People who voted for Donald Trump and feel warmly towards him tend to score higher on a measure of egocentric victimhood, according to new research published in the scientific journal Political Behavior. Those who exhibit heightened levels of systemic victimhood, in contrast, tend to be more hostile towards Trump.
The study provides new insights into the role of perceived victimhood in the American political landscape. According to its authors, the new findings indicate that victimhood “cuts across the social and political hierarchy.”
“Victimhood has increasingly being used by journalists and commentators to explain unexpected political happenings like Donald Trump’s election and Britain’s departure from the European Union,” said study authors Miles T. Armaly and Adam M. Enders, who are assistant professors at the University of Mississippi and University of Louisville, respectively.
“Yet, the ways that pundits referred to victimhood was inconsistent — sometimes the victimizer was specific, other times it was labeled as projection, and in some instances it seemed performative, indicating that the commentator understood that employing victimhood may be beneficial.”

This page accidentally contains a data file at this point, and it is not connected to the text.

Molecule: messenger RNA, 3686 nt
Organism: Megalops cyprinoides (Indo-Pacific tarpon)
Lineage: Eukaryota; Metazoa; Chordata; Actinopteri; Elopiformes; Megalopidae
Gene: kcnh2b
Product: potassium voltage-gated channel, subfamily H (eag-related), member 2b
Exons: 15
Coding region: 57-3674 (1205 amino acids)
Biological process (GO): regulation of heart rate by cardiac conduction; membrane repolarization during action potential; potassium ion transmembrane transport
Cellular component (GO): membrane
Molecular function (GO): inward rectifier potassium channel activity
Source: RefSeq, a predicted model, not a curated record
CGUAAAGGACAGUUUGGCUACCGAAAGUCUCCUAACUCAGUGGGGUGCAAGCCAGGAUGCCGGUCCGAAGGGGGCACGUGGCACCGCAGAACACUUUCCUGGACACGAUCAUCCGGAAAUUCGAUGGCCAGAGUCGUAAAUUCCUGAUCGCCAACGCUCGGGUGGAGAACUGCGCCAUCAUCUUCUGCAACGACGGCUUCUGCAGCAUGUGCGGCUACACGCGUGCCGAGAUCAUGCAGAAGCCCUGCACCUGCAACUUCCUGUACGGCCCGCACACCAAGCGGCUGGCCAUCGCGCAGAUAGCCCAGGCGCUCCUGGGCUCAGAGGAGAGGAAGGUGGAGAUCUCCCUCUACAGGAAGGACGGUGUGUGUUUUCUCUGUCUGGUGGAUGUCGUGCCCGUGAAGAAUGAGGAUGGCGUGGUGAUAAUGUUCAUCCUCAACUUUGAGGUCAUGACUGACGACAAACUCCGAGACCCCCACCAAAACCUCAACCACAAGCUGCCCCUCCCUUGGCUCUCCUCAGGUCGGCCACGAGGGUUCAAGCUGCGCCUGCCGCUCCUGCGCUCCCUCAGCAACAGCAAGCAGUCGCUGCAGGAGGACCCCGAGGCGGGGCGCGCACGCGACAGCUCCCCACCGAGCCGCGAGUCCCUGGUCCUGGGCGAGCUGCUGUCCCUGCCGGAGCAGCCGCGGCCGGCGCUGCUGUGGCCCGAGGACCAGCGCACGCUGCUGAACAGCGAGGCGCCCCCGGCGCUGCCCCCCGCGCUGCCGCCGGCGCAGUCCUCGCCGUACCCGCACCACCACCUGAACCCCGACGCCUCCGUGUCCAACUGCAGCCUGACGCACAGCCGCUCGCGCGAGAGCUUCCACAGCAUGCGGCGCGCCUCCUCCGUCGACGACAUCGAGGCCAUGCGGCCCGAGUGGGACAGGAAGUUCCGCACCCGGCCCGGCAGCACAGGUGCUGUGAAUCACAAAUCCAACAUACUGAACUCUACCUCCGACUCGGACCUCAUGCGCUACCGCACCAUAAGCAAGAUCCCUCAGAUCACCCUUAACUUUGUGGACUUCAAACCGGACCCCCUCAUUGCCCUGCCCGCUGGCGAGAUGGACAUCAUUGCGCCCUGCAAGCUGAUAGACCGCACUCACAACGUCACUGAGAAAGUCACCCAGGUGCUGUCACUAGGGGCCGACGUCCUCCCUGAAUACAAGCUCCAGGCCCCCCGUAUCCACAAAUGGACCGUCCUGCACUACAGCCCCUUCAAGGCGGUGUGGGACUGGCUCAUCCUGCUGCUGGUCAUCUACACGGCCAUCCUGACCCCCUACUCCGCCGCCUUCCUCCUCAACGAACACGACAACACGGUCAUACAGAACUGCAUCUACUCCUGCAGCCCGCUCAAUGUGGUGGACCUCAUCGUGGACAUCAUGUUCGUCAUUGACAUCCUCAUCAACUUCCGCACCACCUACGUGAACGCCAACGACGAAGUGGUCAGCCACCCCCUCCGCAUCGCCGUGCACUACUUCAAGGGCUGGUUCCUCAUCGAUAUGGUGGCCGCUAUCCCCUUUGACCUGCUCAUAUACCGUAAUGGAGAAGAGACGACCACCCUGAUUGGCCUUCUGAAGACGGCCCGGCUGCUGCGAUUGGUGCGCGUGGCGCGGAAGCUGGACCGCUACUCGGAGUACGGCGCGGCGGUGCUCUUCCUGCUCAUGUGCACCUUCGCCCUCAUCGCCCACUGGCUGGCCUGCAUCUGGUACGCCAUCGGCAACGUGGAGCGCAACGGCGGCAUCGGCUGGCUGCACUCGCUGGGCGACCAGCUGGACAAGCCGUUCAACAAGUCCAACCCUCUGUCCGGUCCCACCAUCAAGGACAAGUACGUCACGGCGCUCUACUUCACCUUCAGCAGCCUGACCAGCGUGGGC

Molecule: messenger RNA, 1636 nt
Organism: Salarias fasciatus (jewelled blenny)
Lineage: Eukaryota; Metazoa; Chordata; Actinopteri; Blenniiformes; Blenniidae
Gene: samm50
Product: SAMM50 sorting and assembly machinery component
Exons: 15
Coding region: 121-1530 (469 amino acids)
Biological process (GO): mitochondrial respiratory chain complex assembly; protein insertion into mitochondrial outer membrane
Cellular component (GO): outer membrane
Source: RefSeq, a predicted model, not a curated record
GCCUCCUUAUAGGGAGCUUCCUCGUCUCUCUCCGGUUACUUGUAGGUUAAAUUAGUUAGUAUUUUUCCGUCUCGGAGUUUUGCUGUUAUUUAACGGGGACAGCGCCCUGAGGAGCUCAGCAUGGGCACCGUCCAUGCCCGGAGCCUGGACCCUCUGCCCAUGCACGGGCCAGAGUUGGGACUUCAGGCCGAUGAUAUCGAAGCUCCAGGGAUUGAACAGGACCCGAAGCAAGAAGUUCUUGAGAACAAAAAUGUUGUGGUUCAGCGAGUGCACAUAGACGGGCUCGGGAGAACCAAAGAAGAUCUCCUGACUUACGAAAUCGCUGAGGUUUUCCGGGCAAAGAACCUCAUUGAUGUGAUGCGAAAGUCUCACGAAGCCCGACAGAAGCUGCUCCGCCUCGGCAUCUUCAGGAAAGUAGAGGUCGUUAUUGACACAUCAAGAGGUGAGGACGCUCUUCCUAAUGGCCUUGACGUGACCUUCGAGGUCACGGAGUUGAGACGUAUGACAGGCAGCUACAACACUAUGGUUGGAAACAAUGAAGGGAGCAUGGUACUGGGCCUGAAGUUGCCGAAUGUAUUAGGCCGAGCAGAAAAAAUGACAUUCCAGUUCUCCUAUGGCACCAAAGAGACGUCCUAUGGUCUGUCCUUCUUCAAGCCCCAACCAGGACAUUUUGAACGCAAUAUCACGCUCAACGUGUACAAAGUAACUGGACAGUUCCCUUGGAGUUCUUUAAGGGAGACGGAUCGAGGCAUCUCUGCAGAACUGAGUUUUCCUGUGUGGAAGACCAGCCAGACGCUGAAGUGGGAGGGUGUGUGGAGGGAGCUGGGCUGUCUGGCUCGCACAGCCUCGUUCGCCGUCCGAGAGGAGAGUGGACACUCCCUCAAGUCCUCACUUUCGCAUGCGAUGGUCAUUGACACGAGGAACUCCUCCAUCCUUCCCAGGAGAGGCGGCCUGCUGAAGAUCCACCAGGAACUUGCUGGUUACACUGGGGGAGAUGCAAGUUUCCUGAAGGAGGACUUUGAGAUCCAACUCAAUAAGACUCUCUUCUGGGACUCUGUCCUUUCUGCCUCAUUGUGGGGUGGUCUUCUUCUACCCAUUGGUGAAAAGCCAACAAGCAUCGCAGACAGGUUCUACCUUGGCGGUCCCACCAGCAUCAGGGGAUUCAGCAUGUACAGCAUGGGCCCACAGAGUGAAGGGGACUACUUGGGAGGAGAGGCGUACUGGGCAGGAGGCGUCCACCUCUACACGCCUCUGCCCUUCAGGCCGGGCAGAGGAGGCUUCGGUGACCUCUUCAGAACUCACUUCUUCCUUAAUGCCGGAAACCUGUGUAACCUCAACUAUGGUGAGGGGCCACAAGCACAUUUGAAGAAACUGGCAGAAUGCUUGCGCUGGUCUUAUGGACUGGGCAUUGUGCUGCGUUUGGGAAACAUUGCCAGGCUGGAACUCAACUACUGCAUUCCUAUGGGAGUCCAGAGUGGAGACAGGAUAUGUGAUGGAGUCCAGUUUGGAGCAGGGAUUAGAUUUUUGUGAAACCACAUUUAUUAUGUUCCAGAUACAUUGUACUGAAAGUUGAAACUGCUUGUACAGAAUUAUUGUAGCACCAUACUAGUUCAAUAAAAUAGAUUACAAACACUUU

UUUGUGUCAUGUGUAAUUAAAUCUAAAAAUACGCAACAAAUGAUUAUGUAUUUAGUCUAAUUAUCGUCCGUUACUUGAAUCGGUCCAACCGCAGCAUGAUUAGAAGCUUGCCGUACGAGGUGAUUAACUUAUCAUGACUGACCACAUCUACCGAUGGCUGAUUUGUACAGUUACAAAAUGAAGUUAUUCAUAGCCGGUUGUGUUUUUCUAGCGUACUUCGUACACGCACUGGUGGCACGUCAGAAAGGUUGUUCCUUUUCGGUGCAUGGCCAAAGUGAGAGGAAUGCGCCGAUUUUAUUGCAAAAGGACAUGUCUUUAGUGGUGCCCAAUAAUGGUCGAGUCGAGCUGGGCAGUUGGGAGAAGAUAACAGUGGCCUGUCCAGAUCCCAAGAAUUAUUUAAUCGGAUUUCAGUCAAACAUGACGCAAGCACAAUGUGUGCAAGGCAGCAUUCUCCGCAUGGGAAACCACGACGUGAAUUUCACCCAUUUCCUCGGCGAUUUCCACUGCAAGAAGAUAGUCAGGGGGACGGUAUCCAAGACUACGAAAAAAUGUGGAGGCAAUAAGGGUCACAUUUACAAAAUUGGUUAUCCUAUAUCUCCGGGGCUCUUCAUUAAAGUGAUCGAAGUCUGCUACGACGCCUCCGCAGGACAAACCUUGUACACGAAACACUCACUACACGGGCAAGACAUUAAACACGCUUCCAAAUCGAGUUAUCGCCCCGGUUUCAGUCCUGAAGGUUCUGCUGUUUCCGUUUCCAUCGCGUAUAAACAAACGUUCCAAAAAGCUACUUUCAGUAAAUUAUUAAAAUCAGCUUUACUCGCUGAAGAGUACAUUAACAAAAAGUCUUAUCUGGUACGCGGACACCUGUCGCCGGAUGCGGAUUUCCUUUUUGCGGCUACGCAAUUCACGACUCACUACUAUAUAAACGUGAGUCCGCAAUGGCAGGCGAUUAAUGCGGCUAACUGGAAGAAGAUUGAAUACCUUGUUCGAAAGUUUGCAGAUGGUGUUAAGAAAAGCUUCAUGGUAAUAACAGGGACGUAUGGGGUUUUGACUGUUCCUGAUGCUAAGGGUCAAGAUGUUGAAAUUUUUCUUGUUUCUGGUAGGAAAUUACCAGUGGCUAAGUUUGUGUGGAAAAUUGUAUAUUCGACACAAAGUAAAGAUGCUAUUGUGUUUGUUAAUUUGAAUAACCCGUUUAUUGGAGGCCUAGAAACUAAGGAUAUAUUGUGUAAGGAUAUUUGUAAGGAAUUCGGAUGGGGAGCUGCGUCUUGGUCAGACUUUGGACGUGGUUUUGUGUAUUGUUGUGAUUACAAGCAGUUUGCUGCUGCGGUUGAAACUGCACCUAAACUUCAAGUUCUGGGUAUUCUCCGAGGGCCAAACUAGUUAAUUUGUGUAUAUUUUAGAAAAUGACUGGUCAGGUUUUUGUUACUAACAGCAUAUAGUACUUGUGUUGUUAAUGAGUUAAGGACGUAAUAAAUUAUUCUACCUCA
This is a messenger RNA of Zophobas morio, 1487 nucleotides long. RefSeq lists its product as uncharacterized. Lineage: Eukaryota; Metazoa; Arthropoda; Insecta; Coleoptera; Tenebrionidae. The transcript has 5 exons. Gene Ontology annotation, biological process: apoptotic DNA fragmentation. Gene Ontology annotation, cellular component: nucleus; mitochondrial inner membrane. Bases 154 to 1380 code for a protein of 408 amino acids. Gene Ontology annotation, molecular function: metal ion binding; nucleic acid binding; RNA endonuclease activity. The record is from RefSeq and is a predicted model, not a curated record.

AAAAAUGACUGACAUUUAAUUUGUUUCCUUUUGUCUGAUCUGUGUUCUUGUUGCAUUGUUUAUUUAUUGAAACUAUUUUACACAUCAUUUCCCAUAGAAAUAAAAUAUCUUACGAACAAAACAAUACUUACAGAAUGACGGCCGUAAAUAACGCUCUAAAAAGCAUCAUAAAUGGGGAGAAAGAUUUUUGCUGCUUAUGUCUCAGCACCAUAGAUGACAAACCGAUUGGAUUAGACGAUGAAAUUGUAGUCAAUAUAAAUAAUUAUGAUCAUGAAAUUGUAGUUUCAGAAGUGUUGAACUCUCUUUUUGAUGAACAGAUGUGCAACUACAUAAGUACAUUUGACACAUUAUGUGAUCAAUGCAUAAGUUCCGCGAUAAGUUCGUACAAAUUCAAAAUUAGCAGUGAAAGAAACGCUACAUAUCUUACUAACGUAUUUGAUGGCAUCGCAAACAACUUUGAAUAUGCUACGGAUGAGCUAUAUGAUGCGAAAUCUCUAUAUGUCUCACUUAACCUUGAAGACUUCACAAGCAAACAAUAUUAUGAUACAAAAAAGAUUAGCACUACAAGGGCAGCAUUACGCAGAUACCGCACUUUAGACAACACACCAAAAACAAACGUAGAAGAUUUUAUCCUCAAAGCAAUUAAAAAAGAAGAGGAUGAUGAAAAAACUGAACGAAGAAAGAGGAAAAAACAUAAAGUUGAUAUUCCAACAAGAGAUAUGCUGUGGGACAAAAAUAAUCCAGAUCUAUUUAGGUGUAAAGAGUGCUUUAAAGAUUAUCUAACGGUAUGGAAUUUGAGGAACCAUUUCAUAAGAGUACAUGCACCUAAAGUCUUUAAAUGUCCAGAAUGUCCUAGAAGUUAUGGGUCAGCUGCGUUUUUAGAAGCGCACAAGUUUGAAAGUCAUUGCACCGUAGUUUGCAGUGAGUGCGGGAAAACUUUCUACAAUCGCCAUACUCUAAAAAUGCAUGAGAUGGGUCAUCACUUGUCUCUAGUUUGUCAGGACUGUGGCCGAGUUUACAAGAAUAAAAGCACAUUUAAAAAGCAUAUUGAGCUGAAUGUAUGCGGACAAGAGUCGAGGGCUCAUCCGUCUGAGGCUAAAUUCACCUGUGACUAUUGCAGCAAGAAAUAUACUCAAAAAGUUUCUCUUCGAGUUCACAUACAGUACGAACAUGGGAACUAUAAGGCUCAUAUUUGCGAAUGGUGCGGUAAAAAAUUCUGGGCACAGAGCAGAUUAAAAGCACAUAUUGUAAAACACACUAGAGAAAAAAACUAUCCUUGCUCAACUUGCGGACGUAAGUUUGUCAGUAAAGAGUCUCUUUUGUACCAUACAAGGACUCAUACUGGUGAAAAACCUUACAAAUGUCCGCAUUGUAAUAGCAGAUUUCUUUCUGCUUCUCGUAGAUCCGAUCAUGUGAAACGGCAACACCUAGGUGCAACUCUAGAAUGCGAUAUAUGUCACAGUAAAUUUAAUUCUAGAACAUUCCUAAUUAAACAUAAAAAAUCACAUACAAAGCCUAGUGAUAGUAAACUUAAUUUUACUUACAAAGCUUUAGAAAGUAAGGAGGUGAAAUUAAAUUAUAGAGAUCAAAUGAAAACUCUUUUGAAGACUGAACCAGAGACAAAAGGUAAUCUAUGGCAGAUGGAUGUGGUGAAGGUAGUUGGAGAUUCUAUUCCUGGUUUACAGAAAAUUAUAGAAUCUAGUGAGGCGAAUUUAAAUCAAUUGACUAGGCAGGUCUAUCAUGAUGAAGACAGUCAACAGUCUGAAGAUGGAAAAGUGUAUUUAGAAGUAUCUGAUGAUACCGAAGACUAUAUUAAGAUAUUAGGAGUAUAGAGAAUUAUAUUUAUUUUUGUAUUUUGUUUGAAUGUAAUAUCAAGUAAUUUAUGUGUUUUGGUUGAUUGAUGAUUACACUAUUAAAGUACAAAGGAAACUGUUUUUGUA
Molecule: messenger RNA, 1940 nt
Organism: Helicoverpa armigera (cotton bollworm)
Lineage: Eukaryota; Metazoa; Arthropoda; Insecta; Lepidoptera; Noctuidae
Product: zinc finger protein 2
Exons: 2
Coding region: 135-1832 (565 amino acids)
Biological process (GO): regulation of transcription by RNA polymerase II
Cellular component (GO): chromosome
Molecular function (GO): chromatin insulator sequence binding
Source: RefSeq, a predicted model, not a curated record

“The people most often described as victims in these accounts were, at least in terms of historical political disadvantages, not victimized,” the researchers explained. “We became interested in determining whether feelings of victimhood actually manifested in these disparate ways (they do), whether they were concentrated among certain subsets of the population (they are not), and whether they meaningfully impacted a number of political attitudes, orientations, and choices (they do).”
For their study, the researchers analyzed data from a nationally-representative sample of 1,020 U.S. adults. Along with collecting demographic and psychological information, the survey included an assessment of two types of perceived victimhood.
Egocentric victimhood was assessed by asking participants how much they agreed with statements such as “I rarely get what I deserve in life” and “I usually have to settle for less.”
Systemic victimhood, on the other hand, was assessed by asking participants how much they agreed with statements such as “The system works against people like me” and “The world is ‘doing it’ to me and there’s nothing I can do about it.”